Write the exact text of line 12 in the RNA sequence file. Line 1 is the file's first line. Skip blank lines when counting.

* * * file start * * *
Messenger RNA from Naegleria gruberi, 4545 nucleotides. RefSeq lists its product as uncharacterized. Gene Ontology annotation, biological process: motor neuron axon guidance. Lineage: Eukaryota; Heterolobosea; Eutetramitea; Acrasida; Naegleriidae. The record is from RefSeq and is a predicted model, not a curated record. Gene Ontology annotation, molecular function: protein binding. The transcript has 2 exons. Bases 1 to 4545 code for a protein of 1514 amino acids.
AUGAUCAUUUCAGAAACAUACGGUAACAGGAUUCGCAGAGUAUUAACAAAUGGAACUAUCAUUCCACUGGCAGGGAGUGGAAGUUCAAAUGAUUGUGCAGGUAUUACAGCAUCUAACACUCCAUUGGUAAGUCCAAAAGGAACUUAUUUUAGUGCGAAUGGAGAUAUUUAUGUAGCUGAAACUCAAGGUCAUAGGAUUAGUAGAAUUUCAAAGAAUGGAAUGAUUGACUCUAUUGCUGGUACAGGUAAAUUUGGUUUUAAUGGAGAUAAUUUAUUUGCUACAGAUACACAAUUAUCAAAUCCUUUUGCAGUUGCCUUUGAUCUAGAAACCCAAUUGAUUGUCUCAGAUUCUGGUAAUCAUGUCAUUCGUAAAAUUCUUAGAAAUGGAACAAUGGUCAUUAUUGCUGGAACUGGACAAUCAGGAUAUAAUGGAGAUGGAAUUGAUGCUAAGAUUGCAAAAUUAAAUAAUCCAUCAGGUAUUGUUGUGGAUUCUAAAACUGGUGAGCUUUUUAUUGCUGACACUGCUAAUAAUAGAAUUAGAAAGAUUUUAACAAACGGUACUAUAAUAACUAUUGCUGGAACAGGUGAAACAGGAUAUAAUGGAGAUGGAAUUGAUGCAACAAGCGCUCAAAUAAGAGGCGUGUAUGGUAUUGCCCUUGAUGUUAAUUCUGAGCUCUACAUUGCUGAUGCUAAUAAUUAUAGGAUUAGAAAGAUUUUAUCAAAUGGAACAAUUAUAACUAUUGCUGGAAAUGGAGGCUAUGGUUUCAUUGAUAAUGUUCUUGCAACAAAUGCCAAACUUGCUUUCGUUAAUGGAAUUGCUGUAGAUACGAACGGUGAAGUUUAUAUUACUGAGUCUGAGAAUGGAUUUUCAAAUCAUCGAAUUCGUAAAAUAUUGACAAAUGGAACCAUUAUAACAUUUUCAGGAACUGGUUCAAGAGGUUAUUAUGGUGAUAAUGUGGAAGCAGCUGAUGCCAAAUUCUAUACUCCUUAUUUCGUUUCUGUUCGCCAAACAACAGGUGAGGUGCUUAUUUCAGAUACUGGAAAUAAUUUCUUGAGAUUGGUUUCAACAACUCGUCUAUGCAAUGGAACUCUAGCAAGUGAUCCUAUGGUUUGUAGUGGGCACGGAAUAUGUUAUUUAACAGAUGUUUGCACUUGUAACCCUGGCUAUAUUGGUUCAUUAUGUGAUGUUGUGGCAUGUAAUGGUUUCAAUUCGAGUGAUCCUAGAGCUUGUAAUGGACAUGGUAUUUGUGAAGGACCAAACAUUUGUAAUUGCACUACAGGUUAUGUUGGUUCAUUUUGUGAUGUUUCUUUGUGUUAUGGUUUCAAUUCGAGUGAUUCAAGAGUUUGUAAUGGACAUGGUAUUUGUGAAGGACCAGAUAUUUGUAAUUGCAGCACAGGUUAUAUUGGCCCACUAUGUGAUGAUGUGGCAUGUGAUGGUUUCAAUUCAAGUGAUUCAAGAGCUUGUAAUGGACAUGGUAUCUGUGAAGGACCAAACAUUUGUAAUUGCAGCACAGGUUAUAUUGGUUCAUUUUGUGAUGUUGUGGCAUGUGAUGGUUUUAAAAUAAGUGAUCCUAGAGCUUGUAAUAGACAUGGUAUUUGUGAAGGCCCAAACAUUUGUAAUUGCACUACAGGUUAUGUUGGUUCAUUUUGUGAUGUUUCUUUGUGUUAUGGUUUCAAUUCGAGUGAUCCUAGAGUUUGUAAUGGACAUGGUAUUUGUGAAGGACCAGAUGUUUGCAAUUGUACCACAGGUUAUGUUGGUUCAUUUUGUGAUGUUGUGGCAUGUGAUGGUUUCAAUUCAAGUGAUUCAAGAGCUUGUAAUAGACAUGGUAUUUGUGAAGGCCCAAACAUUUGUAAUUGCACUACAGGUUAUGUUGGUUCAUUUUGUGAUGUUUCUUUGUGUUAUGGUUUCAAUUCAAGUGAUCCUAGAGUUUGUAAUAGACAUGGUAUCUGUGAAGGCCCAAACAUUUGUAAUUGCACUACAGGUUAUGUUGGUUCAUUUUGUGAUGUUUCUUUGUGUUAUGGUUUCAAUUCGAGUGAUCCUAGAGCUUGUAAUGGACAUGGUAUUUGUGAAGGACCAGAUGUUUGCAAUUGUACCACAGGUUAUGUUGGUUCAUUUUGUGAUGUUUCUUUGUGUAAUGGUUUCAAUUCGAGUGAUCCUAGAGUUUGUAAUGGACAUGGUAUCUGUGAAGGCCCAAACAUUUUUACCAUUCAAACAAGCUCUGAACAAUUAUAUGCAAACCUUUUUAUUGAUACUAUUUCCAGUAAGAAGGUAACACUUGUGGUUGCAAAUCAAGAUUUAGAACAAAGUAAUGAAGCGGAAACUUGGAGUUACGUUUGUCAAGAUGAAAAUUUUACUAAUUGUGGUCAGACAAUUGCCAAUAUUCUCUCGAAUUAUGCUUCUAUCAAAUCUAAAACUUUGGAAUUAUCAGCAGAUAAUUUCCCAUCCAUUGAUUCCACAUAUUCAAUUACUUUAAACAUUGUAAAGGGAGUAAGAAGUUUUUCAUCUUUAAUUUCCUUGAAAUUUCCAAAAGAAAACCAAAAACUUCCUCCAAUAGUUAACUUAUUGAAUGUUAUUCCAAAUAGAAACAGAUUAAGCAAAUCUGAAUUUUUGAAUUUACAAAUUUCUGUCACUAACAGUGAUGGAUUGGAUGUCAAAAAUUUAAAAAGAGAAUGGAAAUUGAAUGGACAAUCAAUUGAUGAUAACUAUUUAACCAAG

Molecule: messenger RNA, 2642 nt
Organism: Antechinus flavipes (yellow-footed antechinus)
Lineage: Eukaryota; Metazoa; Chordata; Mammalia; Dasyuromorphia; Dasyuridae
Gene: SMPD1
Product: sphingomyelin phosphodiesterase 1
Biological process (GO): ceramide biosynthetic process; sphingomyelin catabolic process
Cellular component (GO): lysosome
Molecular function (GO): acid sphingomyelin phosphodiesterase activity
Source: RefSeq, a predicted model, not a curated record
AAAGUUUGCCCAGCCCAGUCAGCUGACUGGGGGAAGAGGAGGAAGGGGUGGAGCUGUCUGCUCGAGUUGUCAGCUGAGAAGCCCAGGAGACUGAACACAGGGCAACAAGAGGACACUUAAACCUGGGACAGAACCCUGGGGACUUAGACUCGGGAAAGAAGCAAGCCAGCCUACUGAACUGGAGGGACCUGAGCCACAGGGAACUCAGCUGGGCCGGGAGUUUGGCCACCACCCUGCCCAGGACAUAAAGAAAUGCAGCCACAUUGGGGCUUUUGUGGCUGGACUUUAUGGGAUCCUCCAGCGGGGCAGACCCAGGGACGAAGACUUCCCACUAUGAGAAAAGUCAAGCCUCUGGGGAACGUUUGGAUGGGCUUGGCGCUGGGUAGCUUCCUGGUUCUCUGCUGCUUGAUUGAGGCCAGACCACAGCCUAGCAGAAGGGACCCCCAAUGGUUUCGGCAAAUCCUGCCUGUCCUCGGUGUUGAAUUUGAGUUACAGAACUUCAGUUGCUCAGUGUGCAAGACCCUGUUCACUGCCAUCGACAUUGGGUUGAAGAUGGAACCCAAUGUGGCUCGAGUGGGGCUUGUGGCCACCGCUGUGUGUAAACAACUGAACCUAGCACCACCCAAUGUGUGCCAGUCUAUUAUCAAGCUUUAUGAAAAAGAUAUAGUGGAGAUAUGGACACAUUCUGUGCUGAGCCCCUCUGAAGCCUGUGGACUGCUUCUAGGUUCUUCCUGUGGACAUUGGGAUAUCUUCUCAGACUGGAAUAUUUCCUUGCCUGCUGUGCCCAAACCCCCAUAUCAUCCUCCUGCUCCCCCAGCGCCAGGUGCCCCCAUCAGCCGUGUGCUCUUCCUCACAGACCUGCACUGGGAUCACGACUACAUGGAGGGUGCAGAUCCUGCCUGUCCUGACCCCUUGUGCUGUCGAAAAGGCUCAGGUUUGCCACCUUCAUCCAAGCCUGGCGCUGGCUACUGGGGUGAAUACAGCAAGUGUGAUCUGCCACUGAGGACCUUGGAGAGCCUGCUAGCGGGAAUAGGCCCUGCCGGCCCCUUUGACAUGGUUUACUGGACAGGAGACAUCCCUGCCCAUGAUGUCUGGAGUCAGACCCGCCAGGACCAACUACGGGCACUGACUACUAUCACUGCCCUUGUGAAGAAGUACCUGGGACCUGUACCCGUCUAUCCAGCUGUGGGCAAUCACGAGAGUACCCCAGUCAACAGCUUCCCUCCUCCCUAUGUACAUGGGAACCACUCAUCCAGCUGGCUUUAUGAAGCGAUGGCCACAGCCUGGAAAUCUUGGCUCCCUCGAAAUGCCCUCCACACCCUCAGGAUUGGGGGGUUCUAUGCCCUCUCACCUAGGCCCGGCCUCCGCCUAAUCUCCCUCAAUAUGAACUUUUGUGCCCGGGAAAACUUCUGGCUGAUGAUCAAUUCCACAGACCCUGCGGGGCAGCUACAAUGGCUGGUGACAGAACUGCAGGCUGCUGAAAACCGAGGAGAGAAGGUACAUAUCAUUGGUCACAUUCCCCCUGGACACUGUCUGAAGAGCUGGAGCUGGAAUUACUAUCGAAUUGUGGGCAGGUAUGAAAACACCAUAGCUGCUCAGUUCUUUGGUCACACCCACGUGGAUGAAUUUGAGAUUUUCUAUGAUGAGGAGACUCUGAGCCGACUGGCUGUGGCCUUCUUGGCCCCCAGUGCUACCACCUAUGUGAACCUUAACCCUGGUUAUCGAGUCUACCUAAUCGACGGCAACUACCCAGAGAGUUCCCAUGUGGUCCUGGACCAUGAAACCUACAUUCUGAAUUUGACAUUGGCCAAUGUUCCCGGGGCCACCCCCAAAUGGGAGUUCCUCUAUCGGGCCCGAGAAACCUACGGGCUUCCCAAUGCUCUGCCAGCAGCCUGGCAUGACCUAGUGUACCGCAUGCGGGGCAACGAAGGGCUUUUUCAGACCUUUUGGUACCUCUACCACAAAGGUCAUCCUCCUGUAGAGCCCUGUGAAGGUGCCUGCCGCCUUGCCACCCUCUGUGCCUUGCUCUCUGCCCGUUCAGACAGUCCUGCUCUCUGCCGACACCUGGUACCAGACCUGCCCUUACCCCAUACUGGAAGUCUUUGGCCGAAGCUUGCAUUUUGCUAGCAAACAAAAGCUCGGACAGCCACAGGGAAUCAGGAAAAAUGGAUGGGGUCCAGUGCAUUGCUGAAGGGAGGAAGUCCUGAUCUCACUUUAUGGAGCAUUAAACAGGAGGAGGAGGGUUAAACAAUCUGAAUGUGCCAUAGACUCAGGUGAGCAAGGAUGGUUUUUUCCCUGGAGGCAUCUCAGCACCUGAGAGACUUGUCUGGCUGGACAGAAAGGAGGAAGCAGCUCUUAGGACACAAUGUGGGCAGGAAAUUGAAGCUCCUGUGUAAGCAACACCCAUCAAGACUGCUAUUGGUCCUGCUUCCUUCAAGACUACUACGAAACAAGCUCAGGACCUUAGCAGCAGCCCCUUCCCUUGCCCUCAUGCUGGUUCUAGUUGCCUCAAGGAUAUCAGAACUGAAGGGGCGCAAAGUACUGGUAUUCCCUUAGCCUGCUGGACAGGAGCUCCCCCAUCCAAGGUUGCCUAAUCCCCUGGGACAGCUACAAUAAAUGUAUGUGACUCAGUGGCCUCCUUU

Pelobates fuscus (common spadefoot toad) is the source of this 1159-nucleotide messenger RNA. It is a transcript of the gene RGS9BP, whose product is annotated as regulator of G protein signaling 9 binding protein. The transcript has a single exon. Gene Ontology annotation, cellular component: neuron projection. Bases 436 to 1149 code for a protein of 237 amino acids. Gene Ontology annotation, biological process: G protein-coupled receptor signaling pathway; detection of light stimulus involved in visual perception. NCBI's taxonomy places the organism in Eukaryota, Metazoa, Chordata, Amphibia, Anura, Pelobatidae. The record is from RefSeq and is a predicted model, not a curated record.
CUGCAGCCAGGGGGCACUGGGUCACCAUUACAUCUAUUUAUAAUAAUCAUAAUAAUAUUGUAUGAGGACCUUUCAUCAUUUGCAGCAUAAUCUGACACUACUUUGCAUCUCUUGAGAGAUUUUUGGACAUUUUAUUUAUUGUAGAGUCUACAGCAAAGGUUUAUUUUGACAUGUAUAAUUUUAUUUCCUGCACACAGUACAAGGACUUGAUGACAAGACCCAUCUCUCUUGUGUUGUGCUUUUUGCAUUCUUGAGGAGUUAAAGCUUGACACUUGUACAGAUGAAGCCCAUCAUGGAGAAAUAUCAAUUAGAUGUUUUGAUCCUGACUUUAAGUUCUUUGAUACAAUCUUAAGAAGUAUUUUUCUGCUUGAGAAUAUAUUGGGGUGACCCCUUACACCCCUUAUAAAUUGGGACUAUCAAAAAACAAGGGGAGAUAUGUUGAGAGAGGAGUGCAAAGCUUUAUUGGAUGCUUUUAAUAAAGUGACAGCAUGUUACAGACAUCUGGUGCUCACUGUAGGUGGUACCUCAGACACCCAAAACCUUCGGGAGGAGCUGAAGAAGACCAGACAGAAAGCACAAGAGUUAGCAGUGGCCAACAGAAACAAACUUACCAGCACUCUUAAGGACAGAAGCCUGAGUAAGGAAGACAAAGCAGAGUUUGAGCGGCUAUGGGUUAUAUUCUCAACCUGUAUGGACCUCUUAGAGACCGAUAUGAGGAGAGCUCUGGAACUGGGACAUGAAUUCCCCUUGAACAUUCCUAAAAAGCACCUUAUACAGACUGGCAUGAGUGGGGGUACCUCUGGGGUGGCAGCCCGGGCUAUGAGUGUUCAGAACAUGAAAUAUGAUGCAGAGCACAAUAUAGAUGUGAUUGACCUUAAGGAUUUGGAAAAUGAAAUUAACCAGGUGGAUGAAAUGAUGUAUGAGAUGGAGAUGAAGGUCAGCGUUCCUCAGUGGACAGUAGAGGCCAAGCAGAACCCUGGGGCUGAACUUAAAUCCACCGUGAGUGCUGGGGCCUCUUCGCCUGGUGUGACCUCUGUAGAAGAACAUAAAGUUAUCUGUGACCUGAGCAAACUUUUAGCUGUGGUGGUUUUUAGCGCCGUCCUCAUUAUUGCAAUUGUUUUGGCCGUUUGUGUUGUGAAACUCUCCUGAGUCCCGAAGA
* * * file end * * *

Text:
AAAGUUUGCCCAGCCCAGUCAGCUGACUGGGGGAAGAGGAGGAAGGGGUGGAGCUGUCUGCUCGAGUUGUCAGCUGAGAAGCCCAGGAGACUGAACACAGGGCAACAAGAGGACACUUAAACCUGGGACAGAACCCUGGGGACUUAGACUCGGGAAAGAAGCAAGCCAGCCUACUGAACUGGAGGGACCUGAGCCACAGGGAACUCAGCUGGGCCGGGAGUUUGGCCACCACCCUGCCCAGGACAUAAAGAAAUGCAGCCACAUUGGGGCUUUUGUGGCUGGACUUUAUGGGAUCCUCCAGCGGGGCAGACCCAGGGACGAAGACUUCCCACUAUGAGAAAAGUCAAGCCUCUGGGGAACGUUUGGAUGGGCUUGGCGCUGGGUAGCUUCCUGGUUCUCUGCUGCUUGAUUGAGGCCAGACCACAGCCUAGCAGAAGGGACCCCCAAUGGUUUCGGCAAAUCCUGCCUGUCCUCGGUGUUGAAUUUGAGUUACAGAACUUCAGUUGCUCAGUGUGCAAGACCCUGUUCACUGCCAUCGACAUUGGGUUGAAGAUGGAACCCAAUGUGGCUCGAGUGGGGCUUGUGGCCACCGCUGUGUGUAAACAACUGAACCUAGCACCACCCAAUGUGUGCCAGUCUAUUAUCAAGCUUUAUGAAAAAGAUAUAGUGGAGAUAUGGACACAUUCUGUGCUGAGCCCCUCUGAAGCCUGUGGACUGCUUCUAGGUUCUUCCUGUGGACAUUGGGAUAUCUUCUCAGACUGGAAUAUUUCCUUGCCUGCUGUGCCCAAACCCCCAUAUCAUCCUCCUGCUCCCCCAGCGCCAGGUGCCCCCAUCAGCCGUGUGCUCUUCCUCACAGACCUGCACUGGGAUCACGACUACAUGGAGGGUGCAGAUCCUGCCUGUCCUGACCCCUUGUGCUGUCGAAAAGGCUCAGGUUUGCCACCUUCAUCCAAGCCUGGCGCUGGCUACUGGGGUGAAUACAGCAAGUGUGAUCUGCCACUGAGGACCUUGGAGAGCCUGCUAGCGGGAAUAGGCCCUGCCGGCCCCUUUGACAUGGUUUACUGGACAGGAGACAUCCCUGCCCAUGAUGUCUGGAGUCAGACCCGCCAGGACCAACUACGGGCACUGACUACUAUCACUGCCCUUGUGAAGAAGUACCUGGGACCUGUACCCGUCUAUCCAGCUGUGGGCAAUCACGAGAGUACCCCAGUCAACAGCUUCCCUCCUCCCUAUGUACAUGGGAACCACUCAUCCAGCUGGCUUUAUGAAGCGAUGGCCACAGCCUGGAAAUCUUGGCUCCCUCGAAAUGCCCUCCACACCCUCAGGAUUGGGGGGUUCUAUGCCCUCUCACCUAGGCCCGGCCUCCGCCUAAUCUCCCUCAAUAUGAACUUUUGUGCCCGGGAAAACUUCUGGCUGAUGAUCAAUUCCACAGACCCUGCGGGGCAGCUACAAUGGCUGGUGACAGAACUGCAGGCUGCUGAAAACCGAGGAGAGAAGGUACAUAUCAUUGGUCACAUUCCCCCUGGACACUGUCUGAAGAGCUGGAGCUGGAAUUACUAUCGAAUUGUGGGCAGGUAUGAAAACACCAUAGCUGCUCAGUUCUUUGGUCACACCCACGUGGAUGAAUUUGAGAUUUUCUAUGAUGAGGAGACUCUGAGCCGACUGGCUGUGGCCUUCUUGGCCCCCAGUGCUACCACCUAUGUGAACCUUAACCCUGGUUAUCGAGUCUACCUAAUCGACGGCAACUACCCAGAGAGUUCCCAUGUGGUCCUGGACCAUGAAACCUACAUUCUGAAUUUGACAUUGGCCAAUGUUCCCGGGGCCACCCCCAAAUGGGAGUUCCUCUAUCGGGCCCGAGAAACCUACGGGCUUCCCAAUGCUCUGCCAGCAGCCUGGCAUGACCUAGUGUACCGCAUGCGGGGCAACGAAGGGCUUUUUCAGACCUUUUGGUACCUCUACCACAAAGGUCAUCCUCCUGUAGAGCCCUGUGAAGGUGCCUGCCGCCUUGCCACCCUCUGUGCCUUGCUCUCUGCCCGUUCAGACAGUCCUGCUCUCUGCCGACACCUGGUACCAGACCUGCCCUUACCCCAUACUGGAAGUCUUUGGCCGAAGCUUGCAUUUUGCUAGCAAACAAAAGCUCGGACAGCCACAGGGAAUCAGGAAAAAUGGAUGGGGUCCAGUGCAUUGCUGAAGGGAGGAAGUCCUGAUCUCACUUUAUGGAGCAUUAAACAGGAGGAGGAGGGUUAAACAAUCUGAAUGUGCCAUAGACUCAGGUGAGCAAGGAUGGUUUUUUCCCUGGAGGCAUCUCAGCACCUGAGAGACUUGUCUGGCUGGACAGAAAGGAGGAAGCAGCUCUUAGGACACAAUGUGGGCAGGAAAUUGAAGCUCCUGUGUAAGCAACACCCAUCAAGACUGCUAUUGGUCCUGCUUCCUUCAAGACUACUACGAAACAAGCUCAGGACCUUAGCAGCAGCCCCUUCCCUUGCCCUCAUGCUGGUUCUAGUUGCCUCAAGGAUAUCAGAACUGAAGGGGCGCAAAGUACUGGUAUUCCCUUAGCCUGCUGGACAGGAGCUCCCCCAUCCAAGGUUGCCUAAUCCCCUGGGACAGCUACAAUAAAUGUAUGUGACUCAGUGGCCUCCUUU